The reputation and the ability to broker power are key.  Regional socialists, backed by Cuba and Russia, have clung to levers of power in Central America for decades, even when they did not formally head governments.  In Guatemala, Honduras, El Salvador, Nicaragua, even Ecuador and Bolivia, they have prevented reformers from liberating the people’s servitude to cartels and gangs.  Like Maduro and Chavez, these radical factions have been in league with the narcotics cartels, foreign patrons like Russia and Iran, and Hezbollah in the Americas.

The timing is propitious for a break-out from the old, evil patterns.  In Brazil, to the south, Jair Bolsonaro is leading the country away from the corrupt socialist model.  Although Guaido and Lopez-Obrador (“AMLO”) of Mexico are both officially socialists, neither is embedded in the cronyist socialism of hostage-taking corruption so prevalent in the other nations.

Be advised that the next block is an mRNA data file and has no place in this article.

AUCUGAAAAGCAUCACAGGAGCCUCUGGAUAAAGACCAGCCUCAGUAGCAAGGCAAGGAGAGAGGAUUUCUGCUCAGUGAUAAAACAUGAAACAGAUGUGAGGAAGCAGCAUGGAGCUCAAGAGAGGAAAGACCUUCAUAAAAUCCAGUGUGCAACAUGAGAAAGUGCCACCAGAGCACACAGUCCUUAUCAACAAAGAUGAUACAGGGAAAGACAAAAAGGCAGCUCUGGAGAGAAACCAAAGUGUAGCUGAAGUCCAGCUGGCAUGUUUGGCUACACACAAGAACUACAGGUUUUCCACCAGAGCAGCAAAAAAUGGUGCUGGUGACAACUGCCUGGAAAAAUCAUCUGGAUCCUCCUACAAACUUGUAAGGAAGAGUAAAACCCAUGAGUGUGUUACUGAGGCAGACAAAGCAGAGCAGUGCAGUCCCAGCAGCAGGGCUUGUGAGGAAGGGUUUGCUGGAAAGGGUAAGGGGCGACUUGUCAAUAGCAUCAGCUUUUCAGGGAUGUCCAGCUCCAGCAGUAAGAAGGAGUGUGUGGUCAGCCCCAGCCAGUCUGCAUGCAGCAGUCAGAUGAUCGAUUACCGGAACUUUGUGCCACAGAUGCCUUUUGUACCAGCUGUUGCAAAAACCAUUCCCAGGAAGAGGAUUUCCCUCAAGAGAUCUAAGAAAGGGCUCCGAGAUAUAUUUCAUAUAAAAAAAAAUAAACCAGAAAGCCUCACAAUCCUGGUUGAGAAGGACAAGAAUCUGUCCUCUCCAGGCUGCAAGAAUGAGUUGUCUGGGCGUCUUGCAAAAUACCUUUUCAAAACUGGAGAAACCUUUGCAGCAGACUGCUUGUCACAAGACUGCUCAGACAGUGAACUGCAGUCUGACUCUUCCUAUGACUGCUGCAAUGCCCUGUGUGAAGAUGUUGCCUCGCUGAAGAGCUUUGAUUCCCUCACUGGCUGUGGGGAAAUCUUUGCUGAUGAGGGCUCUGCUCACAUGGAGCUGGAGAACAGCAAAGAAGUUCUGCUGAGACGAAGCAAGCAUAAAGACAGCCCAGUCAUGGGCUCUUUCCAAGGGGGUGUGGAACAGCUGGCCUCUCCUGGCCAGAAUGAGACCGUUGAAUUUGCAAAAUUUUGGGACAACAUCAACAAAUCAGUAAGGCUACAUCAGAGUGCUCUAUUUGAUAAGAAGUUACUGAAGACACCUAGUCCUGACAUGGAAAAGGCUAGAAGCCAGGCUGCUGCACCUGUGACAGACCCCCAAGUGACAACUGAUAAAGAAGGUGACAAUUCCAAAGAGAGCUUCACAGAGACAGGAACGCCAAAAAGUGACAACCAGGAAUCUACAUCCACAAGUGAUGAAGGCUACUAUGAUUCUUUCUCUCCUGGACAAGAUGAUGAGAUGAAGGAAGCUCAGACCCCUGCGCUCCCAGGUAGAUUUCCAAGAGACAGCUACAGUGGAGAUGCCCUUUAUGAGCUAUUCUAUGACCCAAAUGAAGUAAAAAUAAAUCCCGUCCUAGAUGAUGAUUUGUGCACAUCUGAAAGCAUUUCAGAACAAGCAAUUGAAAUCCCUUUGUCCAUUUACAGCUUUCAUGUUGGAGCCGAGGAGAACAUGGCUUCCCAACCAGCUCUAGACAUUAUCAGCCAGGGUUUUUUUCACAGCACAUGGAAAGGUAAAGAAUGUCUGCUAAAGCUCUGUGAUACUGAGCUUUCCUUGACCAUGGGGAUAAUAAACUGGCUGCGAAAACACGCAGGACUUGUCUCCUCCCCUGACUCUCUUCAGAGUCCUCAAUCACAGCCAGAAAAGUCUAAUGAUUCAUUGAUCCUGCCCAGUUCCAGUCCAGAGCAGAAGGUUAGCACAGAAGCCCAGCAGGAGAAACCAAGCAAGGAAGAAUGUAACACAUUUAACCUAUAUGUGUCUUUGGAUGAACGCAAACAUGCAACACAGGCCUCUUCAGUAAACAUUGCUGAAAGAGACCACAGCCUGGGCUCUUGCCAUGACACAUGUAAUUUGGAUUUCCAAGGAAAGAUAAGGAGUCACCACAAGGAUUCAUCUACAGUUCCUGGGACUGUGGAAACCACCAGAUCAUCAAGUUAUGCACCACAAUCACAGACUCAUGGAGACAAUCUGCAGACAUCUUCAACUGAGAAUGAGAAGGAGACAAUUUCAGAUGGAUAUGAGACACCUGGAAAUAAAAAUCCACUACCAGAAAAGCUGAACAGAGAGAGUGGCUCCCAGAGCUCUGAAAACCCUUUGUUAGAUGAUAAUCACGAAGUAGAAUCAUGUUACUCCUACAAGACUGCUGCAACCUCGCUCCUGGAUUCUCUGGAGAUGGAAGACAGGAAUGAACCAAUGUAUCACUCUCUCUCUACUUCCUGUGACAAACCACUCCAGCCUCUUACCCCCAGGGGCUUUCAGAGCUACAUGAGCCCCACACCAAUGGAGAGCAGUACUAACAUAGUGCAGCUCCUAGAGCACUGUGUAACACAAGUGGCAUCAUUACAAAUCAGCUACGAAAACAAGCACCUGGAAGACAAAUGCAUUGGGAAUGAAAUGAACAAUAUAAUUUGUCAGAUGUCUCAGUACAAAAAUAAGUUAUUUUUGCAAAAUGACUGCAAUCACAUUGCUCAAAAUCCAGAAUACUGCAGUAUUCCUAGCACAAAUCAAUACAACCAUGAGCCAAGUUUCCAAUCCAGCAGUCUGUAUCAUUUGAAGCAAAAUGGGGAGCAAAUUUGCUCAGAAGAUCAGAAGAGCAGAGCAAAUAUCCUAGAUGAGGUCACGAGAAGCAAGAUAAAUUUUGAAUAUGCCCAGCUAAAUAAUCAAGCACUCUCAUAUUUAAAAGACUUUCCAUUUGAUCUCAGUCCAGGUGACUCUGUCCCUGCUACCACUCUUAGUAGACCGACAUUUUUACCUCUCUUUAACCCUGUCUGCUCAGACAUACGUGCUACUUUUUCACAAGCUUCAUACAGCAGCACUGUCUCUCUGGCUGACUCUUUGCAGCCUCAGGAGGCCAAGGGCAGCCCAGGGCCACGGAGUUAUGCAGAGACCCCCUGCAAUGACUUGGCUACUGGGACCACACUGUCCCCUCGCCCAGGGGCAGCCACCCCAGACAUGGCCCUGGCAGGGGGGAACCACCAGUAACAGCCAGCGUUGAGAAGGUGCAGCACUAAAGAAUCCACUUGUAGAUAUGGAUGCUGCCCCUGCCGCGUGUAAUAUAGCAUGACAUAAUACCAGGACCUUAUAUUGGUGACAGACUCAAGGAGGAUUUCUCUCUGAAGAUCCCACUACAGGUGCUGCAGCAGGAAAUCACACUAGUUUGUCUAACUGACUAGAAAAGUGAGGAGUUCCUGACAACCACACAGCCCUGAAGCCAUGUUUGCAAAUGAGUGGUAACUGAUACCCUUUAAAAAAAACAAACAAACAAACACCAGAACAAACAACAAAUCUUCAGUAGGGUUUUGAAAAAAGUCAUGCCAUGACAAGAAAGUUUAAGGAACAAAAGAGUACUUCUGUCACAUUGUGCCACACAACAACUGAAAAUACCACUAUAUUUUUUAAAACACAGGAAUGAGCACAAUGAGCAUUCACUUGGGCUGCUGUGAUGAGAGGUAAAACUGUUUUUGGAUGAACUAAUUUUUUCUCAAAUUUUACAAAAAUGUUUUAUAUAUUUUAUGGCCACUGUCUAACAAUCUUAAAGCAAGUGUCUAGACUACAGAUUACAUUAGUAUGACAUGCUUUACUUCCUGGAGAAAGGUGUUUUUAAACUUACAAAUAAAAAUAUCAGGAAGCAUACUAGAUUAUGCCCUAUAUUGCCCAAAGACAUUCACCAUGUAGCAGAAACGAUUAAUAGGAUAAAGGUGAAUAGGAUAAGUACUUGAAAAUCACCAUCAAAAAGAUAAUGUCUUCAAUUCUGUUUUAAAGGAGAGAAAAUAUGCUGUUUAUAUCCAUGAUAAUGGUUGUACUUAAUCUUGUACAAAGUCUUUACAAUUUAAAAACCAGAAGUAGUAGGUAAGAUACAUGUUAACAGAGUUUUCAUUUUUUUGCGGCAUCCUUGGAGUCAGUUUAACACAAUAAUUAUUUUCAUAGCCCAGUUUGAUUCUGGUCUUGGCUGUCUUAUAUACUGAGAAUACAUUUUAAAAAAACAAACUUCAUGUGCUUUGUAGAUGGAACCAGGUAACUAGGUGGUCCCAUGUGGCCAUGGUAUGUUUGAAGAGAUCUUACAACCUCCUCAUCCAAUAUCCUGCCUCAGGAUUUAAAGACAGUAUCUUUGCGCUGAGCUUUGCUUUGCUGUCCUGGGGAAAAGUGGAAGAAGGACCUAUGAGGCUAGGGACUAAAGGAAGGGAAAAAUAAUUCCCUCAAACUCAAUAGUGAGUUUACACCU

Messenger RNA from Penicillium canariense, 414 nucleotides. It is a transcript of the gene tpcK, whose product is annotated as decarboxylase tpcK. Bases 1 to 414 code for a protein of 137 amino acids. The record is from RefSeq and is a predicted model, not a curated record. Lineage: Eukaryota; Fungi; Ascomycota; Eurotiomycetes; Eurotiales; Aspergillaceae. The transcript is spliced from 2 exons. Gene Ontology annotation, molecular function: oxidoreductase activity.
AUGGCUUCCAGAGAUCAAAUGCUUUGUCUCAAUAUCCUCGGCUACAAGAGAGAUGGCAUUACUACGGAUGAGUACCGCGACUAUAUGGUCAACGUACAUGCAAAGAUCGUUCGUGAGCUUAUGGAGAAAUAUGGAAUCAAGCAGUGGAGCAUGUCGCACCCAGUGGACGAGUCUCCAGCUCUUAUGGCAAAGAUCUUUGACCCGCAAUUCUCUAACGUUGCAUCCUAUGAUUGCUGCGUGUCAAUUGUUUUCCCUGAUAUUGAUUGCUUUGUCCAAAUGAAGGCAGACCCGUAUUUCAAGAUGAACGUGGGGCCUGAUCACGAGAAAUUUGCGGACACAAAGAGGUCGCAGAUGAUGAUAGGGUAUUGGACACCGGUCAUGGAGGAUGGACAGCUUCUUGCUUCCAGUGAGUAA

AMLO is not unfriendly to Castroist Cuba or to Maduro, but Mexico is not in thrall either to rule by Cuban thugs.  Lopez-Obrador’s Mexico has no stake in Raul Castro retaining power in Cuba.  He will not send Mexican resources to shore up the regime in Havana.  There is breathing room on all sides to chart a new path.


Other conditions won’t withstand a crack-up in Central America that Dmitry Medvedev might call “tectonic.”

One such condition recalls the point made several times by Michael Ledeen: that the people of Iran (as well as the mullahs of the regime) will be watching events in Venezuela closely, in part because the Iranian revolutionary regime has invested so heavily in relations with the Chavistas.  A liberating surge in Venezuela is likely to give a rocket boost to the unrest of the sore-tried Iranian people, who persist in protesting and resisting their brutal regime in spite of many months of being largely dismissed and ignored by the West.